CHARLESTON, W.Va. -- In new campaign ads criticizing the Obama administration's coal policies, Republican presidential candidate Mitt Romney cites an estimate of the nation's remaining coal reserves that has been increasingly questioned as overly optimistic.
One of two new Romney ads includes footage of his visit last month to an Ohio coal mine, with a voiceover of a Romney speech where he says, "We have 250 years of coal, why wouldn't we use it?"
Various industry publications have cited that same estimate, saying, "The United States has more than a 250-year-supply of coal if it continues using coal at the same rate at which it uses coal today."
But in a major report five years ago, the National Academy of Sciences concluded that the best estimate it could confirm was that U.S. coal reserves would last less than half that long.
"The United States is endowed with a vast amount of coal," said the report, written by a panel of geologists, engineers and industry officials for the National Academy's National Research Council.
"Despite significant uncertainties in generating reliable estimates of the nation's coal resources and reserves, there are sufficient economically mineable reserves to meet anticipated needs through 2030," said the report, written at the request of the late Sen. Robert C. Byrd, D-W.Va.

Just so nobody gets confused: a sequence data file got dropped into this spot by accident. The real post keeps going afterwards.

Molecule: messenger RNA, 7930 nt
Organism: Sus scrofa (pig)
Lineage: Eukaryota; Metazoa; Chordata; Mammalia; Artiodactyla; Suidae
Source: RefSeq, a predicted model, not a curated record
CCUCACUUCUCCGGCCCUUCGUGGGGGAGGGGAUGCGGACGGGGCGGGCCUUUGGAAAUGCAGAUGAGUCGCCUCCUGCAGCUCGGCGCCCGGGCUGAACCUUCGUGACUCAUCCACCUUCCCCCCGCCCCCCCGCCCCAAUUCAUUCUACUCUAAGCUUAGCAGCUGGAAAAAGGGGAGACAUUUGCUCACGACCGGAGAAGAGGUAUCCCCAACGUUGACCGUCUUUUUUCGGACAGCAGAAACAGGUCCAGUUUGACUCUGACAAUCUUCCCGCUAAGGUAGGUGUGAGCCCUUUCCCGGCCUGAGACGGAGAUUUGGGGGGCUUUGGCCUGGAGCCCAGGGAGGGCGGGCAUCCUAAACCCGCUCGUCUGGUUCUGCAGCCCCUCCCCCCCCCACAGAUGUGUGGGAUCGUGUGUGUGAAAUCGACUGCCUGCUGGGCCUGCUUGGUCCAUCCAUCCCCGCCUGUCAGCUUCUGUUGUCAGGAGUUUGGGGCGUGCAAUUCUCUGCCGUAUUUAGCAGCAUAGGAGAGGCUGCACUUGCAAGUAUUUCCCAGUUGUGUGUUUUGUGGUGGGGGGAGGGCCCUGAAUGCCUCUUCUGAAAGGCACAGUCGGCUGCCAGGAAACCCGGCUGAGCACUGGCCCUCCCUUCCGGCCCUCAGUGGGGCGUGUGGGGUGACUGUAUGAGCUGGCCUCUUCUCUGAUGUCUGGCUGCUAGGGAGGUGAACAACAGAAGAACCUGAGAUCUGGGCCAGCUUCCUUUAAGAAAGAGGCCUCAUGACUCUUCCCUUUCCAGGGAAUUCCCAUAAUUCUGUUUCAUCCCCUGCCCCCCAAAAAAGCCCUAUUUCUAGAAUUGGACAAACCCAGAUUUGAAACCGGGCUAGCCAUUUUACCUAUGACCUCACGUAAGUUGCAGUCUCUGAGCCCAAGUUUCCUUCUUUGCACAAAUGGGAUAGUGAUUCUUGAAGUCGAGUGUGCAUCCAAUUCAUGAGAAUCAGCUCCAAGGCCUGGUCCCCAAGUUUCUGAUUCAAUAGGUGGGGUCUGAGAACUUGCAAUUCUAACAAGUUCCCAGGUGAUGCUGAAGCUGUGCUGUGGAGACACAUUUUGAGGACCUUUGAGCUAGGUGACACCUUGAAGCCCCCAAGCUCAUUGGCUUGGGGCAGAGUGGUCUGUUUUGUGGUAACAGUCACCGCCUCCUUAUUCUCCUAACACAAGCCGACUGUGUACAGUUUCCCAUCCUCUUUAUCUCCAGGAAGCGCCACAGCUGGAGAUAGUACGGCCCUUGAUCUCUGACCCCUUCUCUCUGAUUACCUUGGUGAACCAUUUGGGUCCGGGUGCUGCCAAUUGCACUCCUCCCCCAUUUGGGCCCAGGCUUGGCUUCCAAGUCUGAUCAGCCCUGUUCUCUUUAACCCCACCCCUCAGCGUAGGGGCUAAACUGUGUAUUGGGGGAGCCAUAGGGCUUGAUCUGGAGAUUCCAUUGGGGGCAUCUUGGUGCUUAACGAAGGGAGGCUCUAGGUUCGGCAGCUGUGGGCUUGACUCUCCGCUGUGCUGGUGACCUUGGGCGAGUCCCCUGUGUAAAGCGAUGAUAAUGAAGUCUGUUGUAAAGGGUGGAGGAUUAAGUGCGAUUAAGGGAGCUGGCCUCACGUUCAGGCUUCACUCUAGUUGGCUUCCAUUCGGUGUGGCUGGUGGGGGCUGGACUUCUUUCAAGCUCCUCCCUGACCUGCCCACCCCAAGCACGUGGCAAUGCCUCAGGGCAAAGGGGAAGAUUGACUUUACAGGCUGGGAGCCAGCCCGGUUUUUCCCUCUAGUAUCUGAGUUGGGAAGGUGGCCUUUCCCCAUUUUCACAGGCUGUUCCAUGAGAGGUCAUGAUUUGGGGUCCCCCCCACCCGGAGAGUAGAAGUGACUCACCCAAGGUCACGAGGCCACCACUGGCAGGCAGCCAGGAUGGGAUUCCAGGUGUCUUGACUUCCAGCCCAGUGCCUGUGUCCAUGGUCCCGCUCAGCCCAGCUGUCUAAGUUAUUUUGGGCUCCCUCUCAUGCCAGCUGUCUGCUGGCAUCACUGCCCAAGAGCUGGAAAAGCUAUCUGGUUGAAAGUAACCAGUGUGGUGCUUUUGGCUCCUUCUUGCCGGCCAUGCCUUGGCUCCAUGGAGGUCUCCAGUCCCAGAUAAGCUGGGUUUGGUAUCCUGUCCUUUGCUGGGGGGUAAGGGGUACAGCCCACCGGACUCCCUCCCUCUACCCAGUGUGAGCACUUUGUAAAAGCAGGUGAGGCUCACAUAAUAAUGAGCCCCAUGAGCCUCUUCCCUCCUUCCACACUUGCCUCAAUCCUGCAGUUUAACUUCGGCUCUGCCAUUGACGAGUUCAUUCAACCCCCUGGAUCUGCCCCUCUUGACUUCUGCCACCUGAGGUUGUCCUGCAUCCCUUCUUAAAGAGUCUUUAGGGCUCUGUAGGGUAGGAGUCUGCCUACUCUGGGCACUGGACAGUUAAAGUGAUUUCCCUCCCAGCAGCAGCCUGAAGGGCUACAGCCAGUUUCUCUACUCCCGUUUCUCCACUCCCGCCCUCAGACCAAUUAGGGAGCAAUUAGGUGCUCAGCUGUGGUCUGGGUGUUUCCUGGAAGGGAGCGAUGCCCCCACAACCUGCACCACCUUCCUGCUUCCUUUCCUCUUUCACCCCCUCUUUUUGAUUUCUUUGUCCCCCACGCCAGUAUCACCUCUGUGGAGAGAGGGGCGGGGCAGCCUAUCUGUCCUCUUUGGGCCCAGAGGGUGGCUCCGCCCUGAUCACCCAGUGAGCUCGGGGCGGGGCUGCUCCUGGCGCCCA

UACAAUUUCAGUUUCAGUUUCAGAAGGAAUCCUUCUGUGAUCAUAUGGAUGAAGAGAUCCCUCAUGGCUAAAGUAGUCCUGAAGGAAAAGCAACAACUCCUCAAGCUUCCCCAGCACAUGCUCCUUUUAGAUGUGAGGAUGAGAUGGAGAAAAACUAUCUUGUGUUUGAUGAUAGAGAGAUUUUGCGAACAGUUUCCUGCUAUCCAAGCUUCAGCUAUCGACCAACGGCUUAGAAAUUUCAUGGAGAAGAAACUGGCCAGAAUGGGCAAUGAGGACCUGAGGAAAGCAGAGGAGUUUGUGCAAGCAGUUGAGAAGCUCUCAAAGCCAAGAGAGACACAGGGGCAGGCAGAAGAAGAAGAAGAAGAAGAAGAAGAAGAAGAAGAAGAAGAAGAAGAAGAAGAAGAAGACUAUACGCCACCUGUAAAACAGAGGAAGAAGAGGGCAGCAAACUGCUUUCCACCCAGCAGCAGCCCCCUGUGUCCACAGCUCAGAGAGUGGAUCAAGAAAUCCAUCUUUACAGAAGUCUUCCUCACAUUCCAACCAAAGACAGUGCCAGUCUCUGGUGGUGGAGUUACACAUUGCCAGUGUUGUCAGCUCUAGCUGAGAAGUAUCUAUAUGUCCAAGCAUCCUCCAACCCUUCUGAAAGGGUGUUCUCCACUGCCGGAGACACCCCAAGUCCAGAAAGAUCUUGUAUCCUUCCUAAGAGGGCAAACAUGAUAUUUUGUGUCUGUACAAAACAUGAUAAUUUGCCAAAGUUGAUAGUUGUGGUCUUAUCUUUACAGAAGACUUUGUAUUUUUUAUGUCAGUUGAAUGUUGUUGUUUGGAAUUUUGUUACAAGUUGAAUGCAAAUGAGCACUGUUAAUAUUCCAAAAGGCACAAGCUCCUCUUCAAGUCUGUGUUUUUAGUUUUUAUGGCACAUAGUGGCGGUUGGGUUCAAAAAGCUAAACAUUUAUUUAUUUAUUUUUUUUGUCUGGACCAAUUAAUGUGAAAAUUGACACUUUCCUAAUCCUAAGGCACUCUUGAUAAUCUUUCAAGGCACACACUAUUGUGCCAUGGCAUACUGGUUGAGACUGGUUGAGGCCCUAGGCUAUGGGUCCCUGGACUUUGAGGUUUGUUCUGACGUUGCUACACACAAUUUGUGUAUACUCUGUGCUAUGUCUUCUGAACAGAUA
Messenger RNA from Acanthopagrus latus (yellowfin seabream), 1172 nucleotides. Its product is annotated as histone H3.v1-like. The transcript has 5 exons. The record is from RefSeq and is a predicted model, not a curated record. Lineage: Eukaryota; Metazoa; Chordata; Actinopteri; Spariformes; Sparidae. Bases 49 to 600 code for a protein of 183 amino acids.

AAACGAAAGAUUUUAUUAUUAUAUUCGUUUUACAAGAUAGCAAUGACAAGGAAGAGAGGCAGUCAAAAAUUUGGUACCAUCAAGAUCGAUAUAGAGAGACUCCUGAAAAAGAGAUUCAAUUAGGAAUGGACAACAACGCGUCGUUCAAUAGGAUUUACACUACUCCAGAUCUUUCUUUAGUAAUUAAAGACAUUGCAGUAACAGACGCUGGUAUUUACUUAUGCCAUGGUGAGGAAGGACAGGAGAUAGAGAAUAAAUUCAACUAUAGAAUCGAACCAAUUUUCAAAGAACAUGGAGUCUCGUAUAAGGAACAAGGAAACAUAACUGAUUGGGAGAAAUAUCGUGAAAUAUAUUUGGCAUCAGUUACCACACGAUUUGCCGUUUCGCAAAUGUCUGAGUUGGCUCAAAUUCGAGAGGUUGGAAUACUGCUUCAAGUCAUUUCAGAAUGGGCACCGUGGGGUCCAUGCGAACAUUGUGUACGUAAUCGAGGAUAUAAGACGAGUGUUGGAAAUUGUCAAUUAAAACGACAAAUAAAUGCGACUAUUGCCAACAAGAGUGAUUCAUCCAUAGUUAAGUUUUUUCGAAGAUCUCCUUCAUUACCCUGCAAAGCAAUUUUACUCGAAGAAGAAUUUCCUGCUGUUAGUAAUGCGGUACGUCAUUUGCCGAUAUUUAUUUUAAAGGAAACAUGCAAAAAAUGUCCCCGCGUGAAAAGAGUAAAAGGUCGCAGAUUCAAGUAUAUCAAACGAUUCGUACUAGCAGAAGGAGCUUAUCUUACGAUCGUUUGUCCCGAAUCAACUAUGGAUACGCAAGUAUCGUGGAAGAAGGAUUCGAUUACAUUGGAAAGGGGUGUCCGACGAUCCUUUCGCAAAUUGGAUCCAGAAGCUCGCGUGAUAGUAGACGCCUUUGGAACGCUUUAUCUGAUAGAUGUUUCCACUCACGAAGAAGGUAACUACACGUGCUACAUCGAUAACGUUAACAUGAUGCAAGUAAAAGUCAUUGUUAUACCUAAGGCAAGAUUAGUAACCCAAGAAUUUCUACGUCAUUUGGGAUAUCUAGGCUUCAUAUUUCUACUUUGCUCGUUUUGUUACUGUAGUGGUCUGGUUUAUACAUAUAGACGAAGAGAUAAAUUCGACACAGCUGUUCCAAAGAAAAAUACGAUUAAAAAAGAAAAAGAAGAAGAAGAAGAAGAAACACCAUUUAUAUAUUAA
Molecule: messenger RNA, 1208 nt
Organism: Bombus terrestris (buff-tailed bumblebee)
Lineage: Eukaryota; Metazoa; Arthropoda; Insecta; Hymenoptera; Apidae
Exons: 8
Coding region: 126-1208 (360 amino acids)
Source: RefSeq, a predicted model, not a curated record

"Further into the future, there is probably sufficient coal to meet the nation's needs for more than 100 years at current rates of consumption," the report said. "However, it is not possible to confirm the often-quoted suggestion that there is a sufficient supply of coal for the next 250 years."
Questions about coal reserve figures and future production forecasts are important, especially in the Appalachian coalfields. A variety of factors have the region's mine operators struggling and miners losing their jobs, and experts project major production declines during the next quarter century.
Along with stiff competition from low-priced natural gas and from other coal basins, experts have long warned of an impending downturn in Central Appalachian coal because much of the region's highest quality and easiest-to-produce coal has been mined out.
"In general, the remaining reserve potential is in thinner, deeper coal beds that are of poorer general quality than the coal that has already been mined," Robert C. Milici, a geologist with the U.S. Geological Survey, wrote a dozen years ago in the International Journal of Coal Geology.